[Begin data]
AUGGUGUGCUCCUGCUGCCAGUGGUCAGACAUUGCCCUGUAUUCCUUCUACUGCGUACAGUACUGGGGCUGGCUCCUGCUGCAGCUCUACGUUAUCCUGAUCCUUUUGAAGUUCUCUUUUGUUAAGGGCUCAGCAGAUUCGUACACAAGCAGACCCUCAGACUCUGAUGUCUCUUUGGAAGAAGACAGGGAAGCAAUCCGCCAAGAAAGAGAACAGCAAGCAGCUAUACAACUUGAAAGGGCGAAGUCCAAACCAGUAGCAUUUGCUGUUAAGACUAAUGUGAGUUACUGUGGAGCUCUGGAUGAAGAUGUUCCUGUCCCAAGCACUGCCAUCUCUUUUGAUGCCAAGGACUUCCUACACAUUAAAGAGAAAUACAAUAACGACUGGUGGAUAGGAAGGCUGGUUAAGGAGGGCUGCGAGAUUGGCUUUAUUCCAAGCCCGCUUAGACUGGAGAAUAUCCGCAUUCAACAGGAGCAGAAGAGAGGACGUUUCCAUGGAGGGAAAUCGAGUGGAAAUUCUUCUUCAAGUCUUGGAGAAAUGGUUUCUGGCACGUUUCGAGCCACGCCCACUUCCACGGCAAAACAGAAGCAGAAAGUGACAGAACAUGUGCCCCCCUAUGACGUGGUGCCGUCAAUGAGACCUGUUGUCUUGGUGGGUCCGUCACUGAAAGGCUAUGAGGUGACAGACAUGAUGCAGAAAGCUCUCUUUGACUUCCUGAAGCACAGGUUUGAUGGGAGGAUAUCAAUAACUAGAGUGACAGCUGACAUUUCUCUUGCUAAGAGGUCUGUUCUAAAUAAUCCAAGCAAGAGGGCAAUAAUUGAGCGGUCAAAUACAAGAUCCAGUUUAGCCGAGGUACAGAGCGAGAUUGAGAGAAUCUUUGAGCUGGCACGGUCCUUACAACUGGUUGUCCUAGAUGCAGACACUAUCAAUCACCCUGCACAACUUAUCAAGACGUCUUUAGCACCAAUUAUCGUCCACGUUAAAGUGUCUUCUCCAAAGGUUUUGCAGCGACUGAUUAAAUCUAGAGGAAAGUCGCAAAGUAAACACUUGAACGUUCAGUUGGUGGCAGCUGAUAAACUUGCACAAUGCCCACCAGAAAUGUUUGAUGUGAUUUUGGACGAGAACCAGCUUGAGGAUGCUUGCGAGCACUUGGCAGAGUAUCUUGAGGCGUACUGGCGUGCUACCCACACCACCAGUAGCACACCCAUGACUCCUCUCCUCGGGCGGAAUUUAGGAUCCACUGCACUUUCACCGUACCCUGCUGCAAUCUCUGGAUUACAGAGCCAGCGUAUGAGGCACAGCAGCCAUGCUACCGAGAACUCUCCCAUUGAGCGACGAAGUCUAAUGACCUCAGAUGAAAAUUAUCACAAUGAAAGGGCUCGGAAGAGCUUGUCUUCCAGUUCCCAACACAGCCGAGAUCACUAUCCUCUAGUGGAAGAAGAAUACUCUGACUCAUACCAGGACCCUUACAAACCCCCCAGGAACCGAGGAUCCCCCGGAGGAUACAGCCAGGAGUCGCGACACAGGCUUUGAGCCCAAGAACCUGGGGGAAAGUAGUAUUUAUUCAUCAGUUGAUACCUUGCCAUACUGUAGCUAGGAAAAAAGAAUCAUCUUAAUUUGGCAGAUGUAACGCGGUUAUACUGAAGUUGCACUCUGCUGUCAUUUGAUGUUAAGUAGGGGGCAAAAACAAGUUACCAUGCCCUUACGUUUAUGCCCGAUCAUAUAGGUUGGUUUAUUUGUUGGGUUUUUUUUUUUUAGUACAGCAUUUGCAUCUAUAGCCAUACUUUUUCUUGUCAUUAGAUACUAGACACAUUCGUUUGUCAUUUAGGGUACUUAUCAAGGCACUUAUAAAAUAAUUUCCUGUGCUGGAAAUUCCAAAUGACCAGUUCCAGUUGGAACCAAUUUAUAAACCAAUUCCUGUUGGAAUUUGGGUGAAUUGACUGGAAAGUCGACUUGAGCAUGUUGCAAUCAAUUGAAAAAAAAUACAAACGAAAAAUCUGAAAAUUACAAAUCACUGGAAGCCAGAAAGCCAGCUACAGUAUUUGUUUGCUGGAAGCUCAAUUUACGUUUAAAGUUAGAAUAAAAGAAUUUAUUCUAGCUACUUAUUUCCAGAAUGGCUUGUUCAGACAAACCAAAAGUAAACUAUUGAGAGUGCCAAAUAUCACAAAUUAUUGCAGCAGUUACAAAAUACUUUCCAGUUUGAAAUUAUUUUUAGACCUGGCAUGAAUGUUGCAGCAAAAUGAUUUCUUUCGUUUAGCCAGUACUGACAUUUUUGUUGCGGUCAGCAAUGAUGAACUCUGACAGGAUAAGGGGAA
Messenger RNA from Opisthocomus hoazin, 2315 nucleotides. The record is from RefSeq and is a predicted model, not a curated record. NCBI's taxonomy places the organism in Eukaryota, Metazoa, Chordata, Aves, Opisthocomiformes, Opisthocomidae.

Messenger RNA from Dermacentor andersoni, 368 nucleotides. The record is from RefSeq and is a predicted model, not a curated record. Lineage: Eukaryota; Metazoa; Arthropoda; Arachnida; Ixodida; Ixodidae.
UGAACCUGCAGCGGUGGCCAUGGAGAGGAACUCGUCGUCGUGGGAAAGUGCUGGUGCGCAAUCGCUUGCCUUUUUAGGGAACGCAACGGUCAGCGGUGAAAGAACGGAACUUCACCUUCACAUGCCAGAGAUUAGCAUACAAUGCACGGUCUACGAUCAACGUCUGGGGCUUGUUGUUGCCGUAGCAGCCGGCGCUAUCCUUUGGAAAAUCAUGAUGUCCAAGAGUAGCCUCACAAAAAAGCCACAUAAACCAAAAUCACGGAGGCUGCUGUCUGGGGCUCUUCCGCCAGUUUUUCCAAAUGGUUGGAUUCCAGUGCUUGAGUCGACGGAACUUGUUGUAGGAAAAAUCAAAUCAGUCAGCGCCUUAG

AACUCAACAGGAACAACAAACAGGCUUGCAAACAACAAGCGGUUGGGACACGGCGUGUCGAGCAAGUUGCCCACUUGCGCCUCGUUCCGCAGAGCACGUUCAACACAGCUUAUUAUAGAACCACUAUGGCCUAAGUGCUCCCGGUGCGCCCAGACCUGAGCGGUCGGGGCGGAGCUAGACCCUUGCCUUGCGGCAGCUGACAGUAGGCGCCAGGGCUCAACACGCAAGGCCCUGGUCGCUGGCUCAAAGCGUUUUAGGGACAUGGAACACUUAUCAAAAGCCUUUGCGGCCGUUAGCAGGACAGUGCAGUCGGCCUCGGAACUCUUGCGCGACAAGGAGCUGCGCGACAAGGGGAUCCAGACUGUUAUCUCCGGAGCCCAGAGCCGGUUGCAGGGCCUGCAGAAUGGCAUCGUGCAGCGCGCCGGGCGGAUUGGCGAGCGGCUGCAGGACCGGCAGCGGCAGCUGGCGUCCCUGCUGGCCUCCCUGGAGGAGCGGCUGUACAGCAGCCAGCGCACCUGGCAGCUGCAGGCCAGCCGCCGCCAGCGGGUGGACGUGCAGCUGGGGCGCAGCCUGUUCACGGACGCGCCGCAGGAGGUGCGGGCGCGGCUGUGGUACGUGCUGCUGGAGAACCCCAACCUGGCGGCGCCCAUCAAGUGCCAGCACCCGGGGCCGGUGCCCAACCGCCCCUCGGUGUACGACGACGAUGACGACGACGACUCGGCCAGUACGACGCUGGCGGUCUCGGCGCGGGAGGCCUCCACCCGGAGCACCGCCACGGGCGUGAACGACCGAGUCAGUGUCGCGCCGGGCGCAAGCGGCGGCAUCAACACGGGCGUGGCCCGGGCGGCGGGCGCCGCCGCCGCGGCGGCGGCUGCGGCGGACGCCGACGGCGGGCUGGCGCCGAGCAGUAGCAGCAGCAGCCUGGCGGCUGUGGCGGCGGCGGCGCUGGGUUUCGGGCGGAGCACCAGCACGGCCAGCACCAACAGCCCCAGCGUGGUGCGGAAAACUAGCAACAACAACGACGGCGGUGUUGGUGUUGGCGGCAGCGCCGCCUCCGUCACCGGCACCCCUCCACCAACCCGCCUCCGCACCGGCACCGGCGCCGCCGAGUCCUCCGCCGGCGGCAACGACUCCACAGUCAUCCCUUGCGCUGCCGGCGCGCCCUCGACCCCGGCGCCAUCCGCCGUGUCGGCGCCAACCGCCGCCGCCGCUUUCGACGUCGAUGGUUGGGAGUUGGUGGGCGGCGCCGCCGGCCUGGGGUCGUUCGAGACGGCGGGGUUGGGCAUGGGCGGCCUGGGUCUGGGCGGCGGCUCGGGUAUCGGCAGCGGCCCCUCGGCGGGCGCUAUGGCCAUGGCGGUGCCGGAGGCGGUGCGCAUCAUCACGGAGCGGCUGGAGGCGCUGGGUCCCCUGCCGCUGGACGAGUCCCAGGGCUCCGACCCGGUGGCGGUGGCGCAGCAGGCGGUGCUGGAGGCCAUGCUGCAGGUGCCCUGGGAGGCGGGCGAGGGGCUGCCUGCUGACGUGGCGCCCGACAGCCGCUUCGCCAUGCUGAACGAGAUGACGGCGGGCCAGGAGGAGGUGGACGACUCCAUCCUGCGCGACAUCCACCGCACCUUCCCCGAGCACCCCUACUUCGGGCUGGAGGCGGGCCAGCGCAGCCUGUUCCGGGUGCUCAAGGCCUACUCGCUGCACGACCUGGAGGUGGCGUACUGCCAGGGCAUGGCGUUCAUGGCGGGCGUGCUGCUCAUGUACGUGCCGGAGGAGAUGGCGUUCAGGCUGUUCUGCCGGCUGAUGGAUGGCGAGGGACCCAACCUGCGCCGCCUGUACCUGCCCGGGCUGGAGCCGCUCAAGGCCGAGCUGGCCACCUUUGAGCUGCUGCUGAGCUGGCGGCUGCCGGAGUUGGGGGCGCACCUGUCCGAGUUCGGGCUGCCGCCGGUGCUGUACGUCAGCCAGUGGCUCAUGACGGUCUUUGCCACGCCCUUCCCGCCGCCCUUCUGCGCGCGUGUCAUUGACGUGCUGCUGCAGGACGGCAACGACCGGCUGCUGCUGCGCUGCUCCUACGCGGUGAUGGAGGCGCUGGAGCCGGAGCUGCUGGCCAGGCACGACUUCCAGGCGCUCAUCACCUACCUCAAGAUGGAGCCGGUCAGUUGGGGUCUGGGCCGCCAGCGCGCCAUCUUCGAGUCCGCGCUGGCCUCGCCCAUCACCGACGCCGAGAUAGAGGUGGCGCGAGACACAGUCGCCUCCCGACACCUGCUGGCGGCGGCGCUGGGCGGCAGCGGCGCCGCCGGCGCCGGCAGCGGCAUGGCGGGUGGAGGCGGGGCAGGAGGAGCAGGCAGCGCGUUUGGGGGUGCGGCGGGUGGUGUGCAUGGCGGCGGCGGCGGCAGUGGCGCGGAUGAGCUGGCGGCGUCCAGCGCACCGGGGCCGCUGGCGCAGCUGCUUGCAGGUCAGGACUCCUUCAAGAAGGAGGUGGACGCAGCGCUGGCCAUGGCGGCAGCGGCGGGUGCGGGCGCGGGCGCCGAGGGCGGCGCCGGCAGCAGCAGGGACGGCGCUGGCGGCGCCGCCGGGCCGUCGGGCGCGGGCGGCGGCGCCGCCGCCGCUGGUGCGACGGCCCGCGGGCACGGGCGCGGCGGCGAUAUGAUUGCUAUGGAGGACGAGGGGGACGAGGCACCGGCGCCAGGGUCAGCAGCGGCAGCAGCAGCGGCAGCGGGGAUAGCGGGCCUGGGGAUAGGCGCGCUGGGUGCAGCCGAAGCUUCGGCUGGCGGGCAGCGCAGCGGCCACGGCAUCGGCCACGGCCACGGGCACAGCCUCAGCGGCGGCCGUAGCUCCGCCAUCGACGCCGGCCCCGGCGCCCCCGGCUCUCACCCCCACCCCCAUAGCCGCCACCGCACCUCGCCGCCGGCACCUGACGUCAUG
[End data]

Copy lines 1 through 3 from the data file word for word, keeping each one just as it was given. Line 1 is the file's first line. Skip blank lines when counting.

AUGGUGUGCUCCUGCUGCCAGUGGUCAGACAUUGCCCUGUAUUCCUUCUACUGCGUACAGUACUGGGGCUGGCUCCUGCUGCAGCUCUACGUUAUCCUGAUCCUUUUGAAGUUCUCUUUUGUUAAGGGCUCAGCAGAUUCGUACACAAGCAGACCCUCAGACUCUGAUGUCUCUUUGGAAGAAGACAGGGAAGCAAUCCGCCAAGAAAGAGAACAGCAAGCAGCUAUACAACUUGAAAGGGCGAAGUCCAAACCAGUAGCAUUUGCUGUUAAGACUAAUGUGAGUUACUGUGGAGCUCUGGAUGAAGAUGUUCCUGUCCCAAGCACUGCCAUCUCUUUUGAUGCCAAGGACUUCCUACACAUUAAAGAGAAAUACAAUAACGACUGGUGGAUAGGAAGGCUGGUUAAGGAGGGCUGCGAGAUUGGCUUUAUUCCAAGCCCGCUUAGACUGGAGAAUAUCCGCAUUCAACAGGAGCAGAAGAGAGGACGUUUCCAUGGAGGGAAAUCGAGUGGAAAUUCUUCUUCAAGUCUUGGAGAAAUGGUUUCUGGCACGUUUCGAGCCACGCCCACUUCCACGGCAAAACAGAAGCAGAAAGUGACAGAACAUGUGCCCCCCUAUGACGUGGUGCCGUCAAUGAGACCUGUUGUCUUGGUGGGUCCGUCACUGAAAGGCUAUGAGGUGACAGACAUGAUGCAGAAAGCUCUCUUUGACUUCCUGAAGCACAGGUUUGAUGGGAGGAUAUCAAUAACUAGAGUGACAGCUGACAUUUCUCUUGCUAAGAGGUCUGUUCUAAAUAAUCCAAGCAAGAGGGCAAUAAUUGAGCGGUCAAAUACAAGAUCCAGUUUAGCCGAGGUACAGAGCGAGAUUGAGAGAAUCUUUGAGCUGGCACGGUCCUUACAACUGGUUGUCCUAGAUGCAGACACUAUCAAUCACCCUGCACAACUUAUCAAGACGUCUUUAGCACCAAUUAUCGUCCACGUUAAAGUGUCUUCUCCAAAGGUUUUGCAGCGACUGAUUAAAUCUAGAGGAAAGUCGCAAAGUAAACACUUGAACGUUCAGUUGGUGGCAGCUGAUAAACUUGCACAAUGCCCACCAGAAAUGUUUGAUGUGAUUUUGGACGAGAACCAGCUUGAGGAUGCUUGCGAGCACUUGGCAGAGUAUCUUGAGGCGUACUGGCGUGCUACCCACACCACCAGUAGCACACCCAUGACUCCUCUCCUCGGGCGGAAUUUAGGAUCCACUGCACUUUCACCGUACCCUGCUGCAAUCUCUGGAUUACAGAGCCAGCGUAUGAGGCACAGCAGCCAUGCUACCGAGAACUCUCCCAUUGAGCGACGAAGUCUAAUGACCUCAGAUGAAAAUUAUCACAAUGAAAGGGCUCGGAAGAGCUUGUCUUCCAGUUCCCAACACAGCCGAGAUCACUAUCCUCUAGUGGAAGAAGAAUACUCUGACUCAUACCAGGACCCUUACAAACCCCCCAGGAACCGAGGAUCCCCCGGAGGAUACAGCCAGGAGUCGCGACACAGGCUUUGAGCCCAAGAACCUGGGGGAAAGUAGUAUUUAUUCAUCAGUUGAUACCUUGCCAUACUGUAGCUAGGAAAAAAGAAUCAUCUUAAUUUGGCAGAUGUAACGCGGUUAUACUGAAGUUGCACUCUGCUGUCAUUUGAUGUUAAGUAGGGGGCAAAAACAAGUUACCAUGCCCUUACGUUUAUGCCCGAUCAUAUAGGUUGGUUUAUUUGUUGGGUUUUUUUUUUUUAGUACAGCAUUUGCAUCUAUAGCCAUACUUUUUCUUGUCAUUAGAUACUAGACACAUUCGUUUGUCAUUUAGGGUACUUAUCAAGGCACUUAUAAAAUAAUUUCCUGUGCUGGAAAUUCCAAAUGACCAGUUCCAGUUGGAACCAAUUUAUAAACCAAUUCCUGUUGGAAUUUGGGUGAAUUGACUGGAAAGUCGACUUGAGCAUGUUGCAAUCAAUUGAAAAAAAAUACAAACGAAAAAUCUGAAAAUUACAAAUCACUGGAAGCCAGAAAGCCAGCUACAGUAUUUGUUUGCUGGAAGCUCAAUUUACGUUUAAAGUUAGAAUAAAAGAAUUUAUUCUAGCUACUUAUUUCCAGAAUGGCUUGUUCAGACAAACCAAAAGUAAACUAUUGAGAGUGCCAAAUAUCACAAAUUAUUGCAGCAGUUACAAAAUACUUUCCAGUUUGAAAUUAUUUUUAGACCUGGCAUGAAUGUUGCAGCAAAAUGAUUUCUUUCGUUUAGCCAGUACUGACAUUUUUGUUGCGGUCAGCAAUGAUGAACUCUGACAGGAUAAGGGGAA
Messenger RNA from Opisthocomus hoazin, 2315 nucleotides. The record is from RefSeq and is a predicted model, not a curated record. NCBI's taxonomy places the organism in Eukaryota, Metazoa, Chordata, Aves, Opisthocomiformes, Opisthocomidae.

Messenger RNA from Dermacentor andersoni, 368 nucleotides. The record is from RefSeq and is a predicted model, not a curated record. Lineage: Eukaryota; Metazoa; Arthropoda; Arachnida; Ixodida; Ixodidae.